If you or a loved one has heart failure and you would like to know more about your case, ask your doctor how your age, overall health, and treatment affect your prognosis and life expectancy. Knowing what to expect can help you make plans for the time you have.
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Heart Failure Expectations Unrealistic
In the study, researchers surveyed 122 people with moderate to advanced congestive heart failure about their perception of their life expectancy.
They found the heart failure patients tended to overestimate their life expectancy by about three years. The average patient survival estimate was 13 years compared with a validated medical model estimate of 10 years.
Overall, 63% of people with heart failure overestimated their remaining life expectancy by an average of 40% compared with medical model predictions. Those who were younger and with more advanced disease were most likely to overestimate how long they had left to live.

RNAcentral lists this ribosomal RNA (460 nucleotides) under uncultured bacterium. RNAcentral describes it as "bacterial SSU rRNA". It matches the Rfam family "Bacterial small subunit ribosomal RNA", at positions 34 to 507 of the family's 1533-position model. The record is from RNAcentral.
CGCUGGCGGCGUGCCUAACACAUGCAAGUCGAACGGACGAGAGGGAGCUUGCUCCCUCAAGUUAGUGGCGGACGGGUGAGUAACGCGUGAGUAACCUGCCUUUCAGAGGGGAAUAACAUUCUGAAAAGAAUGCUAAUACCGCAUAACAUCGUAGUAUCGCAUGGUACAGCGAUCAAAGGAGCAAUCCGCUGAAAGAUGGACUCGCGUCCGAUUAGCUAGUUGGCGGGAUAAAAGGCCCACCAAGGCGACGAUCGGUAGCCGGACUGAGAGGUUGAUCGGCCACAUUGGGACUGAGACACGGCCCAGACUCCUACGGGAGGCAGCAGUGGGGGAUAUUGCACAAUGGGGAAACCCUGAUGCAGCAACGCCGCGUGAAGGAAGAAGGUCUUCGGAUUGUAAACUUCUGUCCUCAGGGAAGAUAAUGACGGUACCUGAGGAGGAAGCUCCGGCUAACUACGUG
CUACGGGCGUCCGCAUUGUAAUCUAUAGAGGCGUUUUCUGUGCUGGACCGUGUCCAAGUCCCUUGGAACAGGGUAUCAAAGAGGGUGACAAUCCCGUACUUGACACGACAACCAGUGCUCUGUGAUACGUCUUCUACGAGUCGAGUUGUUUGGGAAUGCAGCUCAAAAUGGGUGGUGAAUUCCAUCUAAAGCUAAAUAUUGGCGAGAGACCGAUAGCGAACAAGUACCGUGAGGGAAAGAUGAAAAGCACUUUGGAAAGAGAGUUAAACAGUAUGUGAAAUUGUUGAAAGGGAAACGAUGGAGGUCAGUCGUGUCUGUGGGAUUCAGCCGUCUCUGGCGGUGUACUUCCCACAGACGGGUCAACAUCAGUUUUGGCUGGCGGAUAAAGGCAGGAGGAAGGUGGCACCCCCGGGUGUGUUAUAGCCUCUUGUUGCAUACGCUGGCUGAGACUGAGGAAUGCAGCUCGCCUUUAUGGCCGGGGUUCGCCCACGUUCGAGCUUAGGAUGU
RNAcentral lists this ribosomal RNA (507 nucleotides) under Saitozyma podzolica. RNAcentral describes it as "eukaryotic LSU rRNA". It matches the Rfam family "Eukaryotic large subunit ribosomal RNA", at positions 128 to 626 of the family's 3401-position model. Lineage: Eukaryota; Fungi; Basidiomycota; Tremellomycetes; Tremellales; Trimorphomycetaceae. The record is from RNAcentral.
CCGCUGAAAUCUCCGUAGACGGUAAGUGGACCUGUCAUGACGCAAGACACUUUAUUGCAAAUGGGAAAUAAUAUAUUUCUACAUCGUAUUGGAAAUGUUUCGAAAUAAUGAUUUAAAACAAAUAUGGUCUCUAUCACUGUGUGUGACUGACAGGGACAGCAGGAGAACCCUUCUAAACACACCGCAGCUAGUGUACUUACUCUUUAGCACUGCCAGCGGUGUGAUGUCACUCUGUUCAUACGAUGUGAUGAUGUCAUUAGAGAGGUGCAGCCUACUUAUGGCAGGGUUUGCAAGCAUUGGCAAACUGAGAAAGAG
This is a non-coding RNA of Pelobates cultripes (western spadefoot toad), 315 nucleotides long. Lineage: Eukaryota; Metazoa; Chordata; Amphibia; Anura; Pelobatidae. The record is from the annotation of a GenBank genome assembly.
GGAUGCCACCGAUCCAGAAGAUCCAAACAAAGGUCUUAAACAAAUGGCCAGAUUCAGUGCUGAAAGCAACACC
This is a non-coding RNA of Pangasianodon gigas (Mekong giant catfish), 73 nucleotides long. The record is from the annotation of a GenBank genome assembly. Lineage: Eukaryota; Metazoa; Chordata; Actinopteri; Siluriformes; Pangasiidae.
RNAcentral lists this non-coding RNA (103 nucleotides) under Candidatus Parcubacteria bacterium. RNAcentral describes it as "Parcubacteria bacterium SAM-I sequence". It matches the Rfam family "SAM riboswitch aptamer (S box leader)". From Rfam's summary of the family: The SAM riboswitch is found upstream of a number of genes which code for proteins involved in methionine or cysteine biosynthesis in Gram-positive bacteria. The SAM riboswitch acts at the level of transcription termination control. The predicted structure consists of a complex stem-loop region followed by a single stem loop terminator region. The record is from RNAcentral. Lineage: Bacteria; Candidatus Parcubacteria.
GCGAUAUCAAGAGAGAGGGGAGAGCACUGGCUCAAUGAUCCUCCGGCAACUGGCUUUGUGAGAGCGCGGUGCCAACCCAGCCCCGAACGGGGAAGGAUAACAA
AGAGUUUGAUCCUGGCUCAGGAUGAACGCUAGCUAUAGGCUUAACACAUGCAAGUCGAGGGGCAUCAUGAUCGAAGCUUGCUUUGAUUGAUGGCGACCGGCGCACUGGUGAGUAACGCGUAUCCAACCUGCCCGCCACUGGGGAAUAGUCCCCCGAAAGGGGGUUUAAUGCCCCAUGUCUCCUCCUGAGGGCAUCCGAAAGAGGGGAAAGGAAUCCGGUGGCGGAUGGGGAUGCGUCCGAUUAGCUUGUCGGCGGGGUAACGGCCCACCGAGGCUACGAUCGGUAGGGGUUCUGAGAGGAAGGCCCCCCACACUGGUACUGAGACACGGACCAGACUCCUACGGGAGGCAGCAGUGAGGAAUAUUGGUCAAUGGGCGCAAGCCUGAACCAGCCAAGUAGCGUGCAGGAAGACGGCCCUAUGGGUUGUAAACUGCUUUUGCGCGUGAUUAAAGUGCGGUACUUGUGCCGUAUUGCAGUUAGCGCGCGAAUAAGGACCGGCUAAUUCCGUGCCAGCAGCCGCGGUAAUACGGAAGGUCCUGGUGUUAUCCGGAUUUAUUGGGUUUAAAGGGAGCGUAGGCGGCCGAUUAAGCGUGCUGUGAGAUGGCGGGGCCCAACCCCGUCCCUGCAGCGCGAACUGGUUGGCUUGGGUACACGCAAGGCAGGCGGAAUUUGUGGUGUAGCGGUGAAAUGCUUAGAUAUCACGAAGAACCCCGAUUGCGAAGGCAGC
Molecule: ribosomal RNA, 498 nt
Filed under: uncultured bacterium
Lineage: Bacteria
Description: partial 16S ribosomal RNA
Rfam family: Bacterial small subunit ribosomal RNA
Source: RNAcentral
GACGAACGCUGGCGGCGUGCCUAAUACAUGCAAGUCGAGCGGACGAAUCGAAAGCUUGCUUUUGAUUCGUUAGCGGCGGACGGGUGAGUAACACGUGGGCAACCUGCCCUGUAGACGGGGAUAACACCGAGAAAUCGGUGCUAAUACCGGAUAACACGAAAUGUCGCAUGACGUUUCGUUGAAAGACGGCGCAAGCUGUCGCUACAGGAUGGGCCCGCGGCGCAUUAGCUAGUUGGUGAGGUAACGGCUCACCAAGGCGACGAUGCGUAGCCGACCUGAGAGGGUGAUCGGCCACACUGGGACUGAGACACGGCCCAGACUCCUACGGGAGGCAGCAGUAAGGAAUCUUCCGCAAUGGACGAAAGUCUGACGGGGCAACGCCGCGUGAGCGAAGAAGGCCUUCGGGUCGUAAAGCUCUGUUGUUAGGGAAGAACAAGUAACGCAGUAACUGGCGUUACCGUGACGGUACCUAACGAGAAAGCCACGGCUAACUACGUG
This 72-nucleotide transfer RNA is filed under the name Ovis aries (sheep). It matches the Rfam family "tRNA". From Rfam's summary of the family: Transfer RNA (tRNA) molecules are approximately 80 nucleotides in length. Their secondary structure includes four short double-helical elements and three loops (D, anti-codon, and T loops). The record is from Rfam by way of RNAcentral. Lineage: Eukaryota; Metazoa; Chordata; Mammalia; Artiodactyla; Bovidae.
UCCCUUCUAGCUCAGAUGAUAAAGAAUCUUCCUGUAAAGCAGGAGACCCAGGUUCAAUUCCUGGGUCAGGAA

During the three-year follow-up period, 29% of the people involved in the survey died. Researchers found no relationship between longer life expectancy perceptions and survival.
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Is dying of congestive heart failure painful? Pain. Some people with heart failure can experience pain or discomfort towards the end of their life. They should be assessed using a pain scale. Pain-relieving medicines can be used to relieve pain and discomfort this can include opioid and non-opioid medicines .
Stages C And D With Preserved Ef
Treatment for patients with Stage C and Stage D heart failure and reserved EF includes:
- Treatments listed in Stages A and B.